It has been an exciting year for the discovery exoplanets! First, there was the news from Gliese 581 g, then the discovery of an Earth-like planet in Alpha Centauri. And now, scientists working in the European Southern Observatory’s HARPS apparatus have announced the discovery of the latest Super-Earth, which they believe to be the greatest candidate for extra-terrestrial life yet.
The planet is located in the HD 40307 system, an orange dwarf star that is just 42 light years from Earth. Although scientists are still not entirely sure that it’s a rocky planet, there are a number of strong indications that point towards and hospital terrestrial environment. For starters, as the sixth and farthest planet in the system, it lies within the sun’s habitable zone.
Second, the planet has a very reasonable 320 day annual cycle, which means that it receives a similar amount of solar energy compared to Earth – about 62% of what we get year round. This is positive news since most Super-Earths are situated too close to their parent stars to boast life. And last, but not least, the planet is unique amongst its near-Earth exoplanet kin in that it is not tidally locked, meaning it has a night and day cycle. Though this is not absolutely crucial to life, it is a bonus seeing as how it means one side of the planet is not constantly exposed to radiation while the other is constantly in a state of cold, life denying darkness.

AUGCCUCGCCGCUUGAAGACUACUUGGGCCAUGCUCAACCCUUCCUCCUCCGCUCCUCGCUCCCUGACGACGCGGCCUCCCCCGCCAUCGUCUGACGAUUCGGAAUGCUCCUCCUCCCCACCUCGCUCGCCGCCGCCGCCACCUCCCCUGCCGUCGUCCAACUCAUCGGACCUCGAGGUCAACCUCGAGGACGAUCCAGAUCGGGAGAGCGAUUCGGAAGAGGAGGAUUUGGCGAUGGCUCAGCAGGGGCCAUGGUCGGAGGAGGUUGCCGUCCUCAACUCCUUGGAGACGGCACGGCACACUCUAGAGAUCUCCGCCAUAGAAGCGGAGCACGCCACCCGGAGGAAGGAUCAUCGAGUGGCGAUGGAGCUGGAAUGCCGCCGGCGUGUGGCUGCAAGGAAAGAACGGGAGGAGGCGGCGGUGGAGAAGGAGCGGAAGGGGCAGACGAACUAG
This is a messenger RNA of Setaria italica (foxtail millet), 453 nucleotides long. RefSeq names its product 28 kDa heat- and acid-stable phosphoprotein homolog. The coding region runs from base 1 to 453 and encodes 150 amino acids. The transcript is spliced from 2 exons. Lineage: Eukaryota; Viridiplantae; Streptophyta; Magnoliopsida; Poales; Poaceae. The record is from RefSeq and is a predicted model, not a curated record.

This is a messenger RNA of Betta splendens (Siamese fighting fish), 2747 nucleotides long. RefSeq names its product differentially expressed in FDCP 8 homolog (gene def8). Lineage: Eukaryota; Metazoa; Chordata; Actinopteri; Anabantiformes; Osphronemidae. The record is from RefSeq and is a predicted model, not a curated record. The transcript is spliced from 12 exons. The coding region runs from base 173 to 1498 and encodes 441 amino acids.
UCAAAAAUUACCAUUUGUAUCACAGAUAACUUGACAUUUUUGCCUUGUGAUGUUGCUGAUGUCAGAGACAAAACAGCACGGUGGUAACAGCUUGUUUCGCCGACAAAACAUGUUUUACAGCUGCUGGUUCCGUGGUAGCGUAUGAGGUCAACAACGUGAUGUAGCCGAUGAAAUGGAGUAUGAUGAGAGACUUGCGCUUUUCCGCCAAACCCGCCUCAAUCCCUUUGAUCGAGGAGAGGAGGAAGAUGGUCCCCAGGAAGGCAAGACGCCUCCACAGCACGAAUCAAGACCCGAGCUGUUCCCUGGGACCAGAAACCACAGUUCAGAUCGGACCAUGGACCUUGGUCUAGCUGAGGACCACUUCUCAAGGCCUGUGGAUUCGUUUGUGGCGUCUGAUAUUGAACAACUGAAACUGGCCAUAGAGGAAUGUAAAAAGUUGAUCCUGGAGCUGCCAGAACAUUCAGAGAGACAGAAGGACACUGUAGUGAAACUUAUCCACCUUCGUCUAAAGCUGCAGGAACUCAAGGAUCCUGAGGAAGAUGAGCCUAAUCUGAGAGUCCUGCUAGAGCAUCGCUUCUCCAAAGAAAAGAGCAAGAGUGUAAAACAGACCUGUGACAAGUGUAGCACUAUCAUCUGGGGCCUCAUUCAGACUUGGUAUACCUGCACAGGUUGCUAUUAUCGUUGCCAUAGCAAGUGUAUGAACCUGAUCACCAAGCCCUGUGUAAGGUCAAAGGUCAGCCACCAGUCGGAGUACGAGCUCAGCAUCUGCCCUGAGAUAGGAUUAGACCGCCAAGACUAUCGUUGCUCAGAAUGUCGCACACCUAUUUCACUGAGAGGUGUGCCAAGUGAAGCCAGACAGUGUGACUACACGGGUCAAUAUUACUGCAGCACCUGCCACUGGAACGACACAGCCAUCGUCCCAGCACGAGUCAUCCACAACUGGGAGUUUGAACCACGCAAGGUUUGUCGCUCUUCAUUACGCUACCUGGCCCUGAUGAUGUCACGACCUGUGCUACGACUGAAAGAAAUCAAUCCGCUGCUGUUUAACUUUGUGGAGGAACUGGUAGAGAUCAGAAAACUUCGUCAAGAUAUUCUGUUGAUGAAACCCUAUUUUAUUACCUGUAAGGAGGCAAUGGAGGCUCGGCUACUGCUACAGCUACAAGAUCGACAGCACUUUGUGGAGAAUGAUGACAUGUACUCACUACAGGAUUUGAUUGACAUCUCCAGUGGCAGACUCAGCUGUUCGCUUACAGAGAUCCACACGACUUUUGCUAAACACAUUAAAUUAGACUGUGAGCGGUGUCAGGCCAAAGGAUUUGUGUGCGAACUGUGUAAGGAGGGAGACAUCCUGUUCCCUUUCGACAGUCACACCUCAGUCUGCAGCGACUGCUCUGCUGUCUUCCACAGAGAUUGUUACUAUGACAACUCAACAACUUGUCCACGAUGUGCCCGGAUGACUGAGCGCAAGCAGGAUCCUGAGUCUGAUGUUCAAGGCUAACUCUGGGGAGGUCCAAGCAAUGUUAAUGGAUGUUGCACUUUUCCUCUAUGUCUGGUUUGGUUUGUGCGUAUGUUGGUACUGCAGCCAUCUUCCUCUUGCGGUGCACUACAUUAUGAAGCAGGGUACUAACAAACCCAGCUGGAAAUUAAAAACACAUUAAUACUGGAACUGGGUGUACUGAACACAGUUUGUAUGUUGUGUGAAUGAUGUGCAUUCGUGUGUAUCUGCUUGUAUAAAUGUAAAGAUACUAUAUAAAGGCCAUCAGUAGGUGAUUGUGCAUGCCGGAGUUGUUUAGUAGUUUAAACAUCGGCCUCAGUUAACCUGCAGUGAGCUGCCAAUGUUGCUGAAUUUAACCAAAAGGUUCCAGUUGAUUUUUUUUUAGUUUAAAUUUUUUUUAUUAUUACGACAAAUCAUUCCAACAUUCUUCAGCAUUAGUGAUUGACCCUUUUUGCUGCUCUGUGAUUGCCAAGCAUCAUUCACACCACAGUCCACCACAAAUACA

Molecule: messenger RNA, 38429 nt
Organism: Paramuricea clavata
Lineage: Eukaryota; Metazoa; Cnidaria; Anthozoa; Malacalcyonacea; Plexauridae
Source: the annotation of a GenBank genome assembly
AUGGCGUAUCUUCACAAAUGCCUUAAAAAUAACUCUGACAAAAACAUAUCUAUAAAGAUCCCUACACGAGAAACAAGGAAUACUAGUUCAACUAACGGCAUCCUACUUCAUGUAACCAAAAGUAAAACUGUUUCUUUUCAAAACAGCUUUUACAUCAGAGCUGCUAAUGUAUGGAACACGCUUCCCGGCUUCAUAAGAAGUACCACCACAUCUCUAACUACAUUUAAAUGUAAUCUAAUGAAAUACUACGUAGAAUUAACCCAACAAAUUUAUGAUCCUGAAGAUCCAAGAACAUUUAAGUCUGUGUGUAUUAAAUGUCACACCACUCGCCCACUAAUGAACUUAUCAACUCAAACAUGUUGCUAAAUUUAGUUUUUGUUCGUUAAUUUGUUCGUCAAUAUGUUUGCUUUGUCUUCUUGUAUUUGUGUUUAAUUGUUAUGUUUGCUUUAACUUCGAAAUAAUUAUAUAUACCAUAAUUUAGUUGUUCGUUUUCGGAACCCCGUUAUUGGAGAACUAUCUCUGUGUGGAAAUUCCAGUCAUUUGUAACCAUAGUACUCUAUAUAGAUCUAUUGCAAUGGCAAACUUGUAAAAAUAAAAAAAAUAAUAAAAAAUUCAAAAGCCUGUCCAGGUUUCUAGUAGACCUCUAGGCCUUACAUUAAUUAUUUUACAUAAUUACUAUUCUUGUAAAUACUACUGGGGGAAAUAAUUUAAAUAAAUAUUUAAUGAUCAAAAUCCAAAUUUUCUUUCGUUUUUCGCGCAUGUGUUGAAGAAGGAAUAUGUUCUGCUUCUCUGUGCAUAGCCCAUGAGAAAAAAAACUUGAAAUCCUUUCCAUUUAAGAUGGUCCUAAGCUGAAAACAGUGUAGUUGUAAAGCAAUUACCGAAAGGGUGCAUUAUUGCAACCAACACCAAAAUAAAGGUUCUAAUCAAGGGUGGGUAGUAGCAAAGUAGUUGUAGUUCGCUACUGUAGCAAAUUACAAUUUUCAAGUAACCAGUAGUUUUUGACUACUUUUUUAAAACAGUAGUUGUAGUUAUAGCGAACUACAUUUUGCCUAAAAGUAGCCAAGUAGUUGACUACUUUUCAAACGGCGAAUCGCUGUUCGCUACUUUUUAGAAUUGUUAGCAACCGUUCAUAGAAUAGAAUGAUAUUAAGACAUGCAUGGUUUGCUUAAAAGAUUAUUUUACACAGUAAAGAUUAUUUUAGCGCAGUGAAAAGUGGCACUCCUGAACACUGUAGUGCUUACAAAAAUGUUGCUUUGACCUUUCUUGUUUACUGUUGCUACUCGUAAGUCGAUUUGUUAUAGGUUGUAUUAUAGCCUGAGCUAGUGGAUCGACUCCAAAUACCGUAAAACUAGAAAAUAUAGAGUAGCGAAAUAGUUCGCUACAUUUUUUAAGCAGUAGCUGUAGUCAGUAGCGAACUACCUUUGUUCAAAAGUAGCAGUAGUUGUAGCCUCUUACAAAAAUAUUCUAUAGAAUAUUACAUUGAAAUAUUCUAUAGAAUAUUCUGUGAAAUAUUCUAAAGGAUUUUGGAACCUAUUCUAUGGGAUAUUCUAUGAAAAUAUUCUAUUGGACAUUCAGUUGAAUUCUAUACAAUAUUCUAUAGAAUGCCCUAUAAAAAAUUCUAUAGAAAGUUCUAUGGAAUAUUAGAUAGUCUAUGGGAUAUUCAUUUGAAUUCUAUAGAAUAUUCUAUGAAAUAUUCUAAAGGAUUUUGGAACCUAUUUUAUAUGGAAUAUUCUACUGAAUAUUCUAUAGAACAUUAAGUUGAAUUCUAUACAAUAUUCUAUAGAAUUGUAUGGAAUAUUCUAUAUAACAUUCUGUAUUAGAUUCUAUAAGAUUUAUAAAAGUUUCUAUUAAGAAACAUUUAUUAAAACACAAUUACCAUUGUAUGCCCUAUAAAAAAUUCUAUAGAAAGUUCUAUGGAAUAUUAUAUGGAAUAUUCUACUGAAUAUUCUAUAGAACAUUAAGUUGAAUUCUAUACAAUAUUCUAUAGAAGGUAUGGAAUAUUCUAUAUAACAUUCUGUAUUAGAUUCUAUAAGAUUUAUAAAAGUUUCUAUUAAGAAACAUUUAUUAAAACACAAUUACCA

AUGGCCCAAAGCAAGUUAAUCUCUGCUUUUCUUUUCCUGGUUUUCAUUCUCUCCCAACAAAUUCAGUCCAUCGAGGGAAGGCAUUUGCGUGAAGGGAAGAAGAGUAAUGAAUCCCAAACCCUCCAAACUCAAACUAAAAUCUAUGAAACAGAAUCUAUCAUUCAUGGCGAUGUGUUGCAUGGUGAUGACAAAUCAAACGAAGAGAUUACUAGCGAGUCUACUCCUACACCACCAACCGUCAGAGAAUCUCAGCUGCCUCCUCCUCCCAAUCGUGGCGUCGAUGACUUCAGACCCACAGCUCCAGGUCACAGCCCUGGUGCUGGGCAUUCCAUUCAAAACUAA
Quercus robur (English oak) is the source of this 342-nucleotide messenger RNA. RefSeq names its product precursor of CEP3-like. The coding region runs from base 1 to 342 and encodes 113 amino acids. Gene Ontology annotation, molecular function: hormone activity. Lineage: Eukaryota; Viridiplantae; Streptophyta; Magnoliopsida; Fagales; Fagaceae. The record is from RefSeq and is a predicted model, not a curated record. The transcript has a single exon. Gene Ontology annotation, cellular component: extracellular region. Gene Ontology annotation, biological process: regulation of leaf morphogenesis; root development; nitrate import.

Mikko Tuomi of the University of Hertfordshire in the UK, and Guillem Anglada-Escude from Germany’s University of Goettingen are chiefly responsible for this discovery. In the coming weeks, months and years, their team will be doing their best to ascertain the planet’s composition, which they hope to be rocky in nature. If this should prove to be the case, it will move to the top of likely candidates for exoplanet colonization, pushing such planets as Gliese 581 g, the most Earth-like exoplanet discovered to date, out of the top spot.
Source: Discovery News